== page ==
Everything Bitcoin needs to break into the mainstream of trading and investing is achievable and starting to happen, according to Petro. “More merchants are taking it and that means more liquidity, more stability in price and, ultimately, more confidence,” he said, checking off the events that will ultimately lead to the Great Bitcoin Revolution that he, Silbert and others are working toward.
The Revolution on Hold
Before the revolution can really begin, of course, Bitcoin has myriad issues to address.
Still, not everyone is convinced. Fitch Ratings threw some cold water on the Bitcoin buzz in an April report, noting that although total Bitcoin consumer transactions averaged $68 million per day in February, a more than tenfold increase compared with the year before, it was still minimal compared with other payment processors and credit card companies. In trading, Bitcoin ranked better, according to Fitch, citing an average daily transaction volume in Bitcoin in February equaling approximately 1 percent of Bitcoin’s total market capitalization. Over the same period, a sample of the largest U.S. equities showed that daily trading volumes were approximately 0.6 percent of total market capitalization, according to Fitch.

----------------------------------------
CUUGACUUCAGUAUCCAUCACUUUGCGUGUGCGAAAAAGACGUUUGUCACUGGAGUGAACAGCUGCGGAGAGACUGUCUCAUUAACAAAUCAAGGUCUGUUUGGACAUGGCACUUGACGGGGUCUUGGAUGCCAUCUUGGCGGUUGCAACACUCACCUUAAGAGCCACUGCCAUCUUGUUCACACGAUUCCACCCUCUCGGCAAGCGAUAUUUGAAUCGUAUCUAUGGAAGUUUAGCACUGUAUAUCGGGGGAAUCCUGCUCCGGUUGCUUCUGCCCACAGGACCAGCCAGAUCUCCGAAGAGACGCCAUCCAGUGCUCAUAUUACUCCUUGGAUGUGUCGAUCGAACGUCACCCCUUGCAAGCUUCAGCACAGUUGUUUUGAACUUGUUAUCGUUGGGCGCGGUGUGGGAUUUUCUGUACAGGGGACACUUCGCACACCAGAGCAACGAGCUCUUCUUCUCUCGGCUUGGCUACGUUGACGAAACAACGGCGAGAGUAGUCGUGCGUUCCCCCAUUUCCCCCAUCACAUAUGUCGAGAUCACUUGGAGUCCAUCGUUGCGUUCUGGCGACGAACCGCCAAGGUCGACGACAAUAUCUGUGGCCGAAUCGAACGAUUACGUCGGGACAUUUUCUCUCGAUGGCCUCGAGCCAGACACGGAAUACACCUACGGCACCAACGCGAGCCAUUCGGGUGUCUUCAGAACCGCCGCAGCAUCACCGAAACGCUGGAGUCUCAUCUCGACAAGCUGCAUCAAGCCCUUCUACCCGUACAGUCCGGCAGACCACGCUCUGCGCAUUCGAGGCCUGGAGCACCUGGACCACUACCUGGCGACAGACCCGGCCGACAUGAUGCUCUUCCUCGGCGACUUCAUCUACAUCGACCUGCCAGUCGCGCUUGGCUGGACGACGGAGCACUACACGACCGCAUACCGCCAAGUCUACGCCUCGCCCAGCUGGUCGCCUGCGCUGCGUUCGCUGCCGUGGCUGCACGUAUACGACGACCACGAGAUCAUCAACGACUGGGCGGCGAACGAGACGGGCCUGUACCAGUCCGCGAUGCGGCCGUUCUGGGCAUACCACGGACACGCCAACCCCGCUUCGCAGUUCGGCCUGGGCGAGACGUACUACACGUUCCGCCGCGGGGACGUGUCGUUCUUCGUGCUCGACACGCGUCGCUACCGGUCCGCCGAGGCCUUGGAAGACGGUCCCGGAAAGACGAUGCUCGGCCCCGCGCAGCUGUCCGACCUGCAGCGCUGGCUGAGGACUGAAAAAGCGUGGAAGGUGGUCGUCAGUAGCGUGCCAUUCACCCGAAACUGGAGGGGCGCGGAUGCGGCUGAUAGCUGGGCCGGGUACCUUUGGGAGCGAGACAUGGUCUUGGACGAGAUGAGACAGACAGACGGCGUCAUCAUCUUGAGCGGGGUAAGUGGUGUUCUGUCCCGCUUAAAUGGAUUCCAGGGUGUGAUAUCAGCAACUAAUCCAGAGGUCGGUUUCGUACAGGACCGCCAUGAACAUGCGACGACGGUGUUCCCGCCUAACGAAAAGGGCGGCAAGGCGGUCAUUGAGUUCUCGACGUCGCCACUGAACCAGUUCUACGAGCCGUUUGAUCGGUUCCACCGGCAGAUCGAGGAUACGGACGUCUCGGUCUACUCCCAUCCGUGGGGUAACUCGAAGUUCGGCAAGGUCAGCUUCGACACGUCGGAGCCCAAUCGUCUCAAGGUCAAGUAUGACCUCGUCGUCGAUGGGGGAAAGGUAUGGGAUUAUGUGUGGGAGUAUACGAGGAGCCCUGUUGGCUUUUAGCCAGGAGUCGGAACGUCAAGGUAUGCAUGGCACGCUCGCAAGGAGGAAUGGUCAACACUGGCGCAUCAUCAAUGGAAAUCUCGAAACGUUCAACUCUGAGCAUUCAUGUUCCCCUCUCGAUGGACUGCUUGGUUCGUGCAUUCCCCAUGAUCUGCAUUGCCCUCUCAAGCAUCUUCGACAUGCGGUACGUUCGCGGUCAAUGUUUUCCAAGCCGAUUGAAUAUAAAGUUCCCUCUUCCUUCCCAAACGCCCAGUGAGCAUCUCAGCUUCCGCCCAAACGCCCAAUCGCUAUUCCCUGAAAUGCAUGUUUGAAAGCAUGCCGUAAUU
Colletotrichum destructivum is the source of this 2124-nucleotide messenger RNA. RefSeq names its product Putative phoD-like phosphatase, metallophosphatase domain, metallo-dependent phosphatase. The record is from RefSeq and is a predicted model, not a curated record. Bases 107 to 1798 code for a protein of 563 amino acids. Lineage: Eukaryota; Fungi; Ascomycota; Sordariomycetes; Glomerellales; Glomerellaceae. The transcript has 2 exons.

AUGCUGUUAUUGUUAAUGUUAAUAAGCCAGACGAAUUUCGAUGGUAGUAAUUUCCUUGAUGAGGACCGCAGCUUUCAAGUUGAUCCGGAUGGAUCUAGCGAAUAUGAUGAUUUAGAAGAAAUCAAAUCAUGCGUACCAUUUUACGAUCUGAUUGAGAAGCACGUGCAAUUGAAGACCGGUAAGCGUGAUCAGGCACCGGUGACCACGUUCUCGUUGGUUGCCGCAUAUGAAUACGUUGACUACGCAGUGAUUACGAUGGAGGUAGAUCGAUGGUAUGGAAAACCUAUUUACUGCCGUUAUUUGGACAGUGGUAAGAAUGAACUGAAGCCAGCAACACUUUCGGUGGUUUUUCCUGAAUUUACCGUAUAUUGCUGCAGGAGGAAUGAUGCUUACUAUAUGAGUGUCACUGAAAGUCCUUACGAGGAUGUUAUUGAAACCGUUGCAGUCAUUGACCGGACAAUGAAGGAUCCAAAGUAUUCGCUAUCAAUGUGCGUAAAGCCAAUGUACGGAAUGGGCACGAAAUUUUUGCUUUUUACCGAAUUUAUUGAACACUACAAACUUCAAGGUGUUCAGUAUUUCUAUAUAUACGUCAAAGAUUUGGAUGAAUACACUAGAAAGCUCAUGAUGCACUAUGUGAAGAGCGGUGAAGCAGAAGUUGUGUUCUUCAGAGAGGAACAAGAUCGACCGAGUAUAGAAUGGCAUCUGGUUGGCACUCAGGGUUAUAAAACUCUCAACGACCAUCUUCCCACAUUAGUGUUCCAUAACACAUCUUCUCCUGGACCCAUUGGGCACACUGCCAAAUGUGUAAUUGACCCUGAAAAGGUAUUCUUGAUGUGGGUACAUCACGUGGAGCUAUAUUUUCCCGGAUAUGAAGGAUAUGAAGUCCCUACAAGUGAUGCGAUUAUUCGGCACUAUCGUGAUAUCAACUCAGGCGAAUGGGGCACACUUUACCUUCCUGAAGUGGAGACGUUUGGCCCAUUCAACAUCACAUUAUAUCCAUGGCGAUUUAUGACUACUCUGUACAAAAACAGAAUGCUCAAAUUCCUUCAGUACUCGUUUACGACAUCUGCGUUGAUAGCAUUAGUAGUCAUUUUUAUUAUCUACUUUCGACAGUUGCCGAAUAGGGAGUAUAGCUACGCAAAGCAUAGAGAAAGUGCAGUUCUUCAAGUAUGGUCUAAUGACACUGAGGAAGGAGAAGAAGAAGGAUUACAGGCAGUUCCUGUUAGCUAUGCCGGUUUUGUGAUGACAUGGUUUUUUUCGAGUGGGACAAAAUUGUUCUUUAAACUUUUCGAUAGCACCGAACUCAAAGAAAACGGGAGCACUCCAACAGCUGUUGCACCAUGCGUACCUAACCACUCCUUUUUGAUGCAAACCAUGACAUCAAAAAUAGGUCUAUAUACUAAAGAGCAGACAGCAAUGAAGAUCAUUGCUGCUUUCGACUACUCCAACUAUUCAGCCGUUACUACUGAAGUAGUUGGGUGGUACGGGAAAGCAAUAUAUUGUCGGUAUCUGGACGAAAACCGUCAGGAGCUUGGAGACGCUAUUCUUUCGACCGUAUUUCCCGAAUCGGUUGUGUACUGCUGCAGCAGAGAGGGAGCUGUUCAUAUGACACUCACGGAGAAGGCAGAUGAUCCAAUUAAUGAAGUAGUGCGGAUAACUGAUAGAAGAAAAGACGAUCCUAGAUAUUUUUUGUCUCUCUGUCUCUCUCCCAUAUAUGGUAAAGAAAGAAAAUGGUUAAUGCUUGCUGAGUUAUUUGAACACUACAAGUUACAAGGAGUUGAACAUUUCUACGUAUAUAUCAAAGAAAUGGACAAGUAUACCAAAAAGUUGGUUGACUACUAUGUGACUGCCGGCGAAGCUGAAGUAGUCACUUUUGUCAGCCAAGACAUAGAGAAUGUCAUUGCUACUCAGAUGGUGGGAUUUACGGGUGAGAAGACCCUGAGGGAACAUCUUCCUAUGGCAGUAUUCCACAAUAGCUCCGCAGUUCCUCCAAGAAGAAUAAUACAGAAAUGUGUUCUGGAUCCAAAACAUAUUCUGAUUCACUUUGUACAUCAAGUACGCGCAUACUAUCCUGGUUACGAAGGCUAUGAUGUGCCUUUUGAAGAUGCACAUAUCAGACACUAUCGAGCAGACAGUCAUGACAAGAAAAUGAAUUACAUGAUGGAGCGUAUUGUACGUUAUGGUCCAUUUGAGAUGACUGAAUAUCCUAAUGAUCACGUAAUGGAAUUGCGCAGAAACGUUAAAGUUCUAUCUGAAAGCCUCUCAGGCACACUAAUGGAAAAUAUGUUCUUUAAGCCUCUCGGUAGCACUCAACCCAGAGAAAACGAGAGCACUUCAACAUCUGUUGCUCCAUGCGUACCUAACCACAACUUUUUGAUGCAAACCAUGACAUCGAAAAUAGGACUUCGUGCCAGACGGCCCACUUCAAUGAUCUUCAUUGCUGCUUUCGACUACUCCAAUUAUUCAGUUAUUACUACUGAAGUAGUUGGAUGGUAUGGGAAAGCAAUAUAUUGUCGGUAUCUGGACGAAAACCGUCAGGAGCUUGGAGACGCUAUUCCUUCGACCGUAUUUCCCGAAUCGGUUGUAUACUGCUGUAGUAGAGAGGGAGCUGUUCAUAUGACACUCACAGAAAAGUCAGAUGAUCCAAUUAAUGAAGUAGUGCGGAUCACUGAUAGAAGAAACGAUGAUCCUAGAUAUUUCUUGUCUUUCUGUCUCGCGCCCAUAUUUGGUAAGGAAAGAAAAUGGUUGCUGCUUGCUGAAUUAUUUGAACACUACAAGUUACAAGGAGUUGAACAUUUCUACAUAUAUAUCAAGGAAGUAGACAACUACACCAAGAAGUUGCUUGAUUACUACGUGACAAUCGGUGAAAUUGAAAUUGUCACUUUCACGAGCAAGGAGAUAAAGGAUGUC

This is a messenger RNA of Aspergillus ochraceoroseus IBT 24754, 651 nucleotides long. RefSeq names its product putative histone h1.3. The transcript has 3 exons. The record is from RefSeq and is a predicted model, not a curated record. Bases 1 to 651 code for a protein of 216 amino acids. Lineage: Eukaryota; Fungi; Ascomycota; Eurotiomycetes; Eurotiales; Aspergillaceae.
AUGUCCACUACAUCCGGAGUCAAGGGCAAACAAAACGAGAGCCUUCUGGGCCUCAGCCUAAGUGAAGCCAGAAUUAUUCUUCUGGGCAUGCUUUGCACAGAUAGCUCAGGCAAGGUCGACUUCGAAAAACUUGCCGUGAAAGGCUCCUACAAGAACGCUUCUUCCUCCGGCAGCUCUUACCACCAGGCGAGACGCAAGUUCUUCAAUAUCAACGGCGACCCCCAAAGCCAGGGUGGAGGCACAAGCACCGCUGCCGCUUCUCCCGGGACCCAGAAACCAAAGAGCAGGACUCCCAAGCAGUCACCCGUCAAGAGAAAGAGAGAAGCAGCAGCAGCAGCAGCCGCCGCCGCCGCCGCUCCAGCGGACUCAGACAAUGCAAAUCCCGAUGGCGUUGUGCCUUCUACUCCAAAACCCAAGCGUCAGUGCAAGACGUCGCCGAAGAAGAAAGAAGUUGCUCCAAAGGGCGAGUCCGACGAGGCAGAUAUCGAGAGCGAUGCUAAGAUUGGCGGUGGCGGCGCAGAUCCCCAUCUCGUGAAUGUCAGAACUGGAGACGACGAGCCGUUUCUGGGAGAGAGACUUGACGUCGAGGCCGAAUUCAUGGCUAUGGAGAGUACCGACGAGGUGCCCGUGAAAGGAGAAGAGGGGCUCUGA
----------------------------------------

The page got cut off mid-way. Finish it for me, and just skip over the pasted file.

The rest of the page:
Supporters of Bitcoin are unshakable in their faith, however, saying the crypto-currency will play a big part in the future of payment processing, and that future will see an increasing number of trading platforms and investment funds dedicated to Bitcoin.
The Early Adopters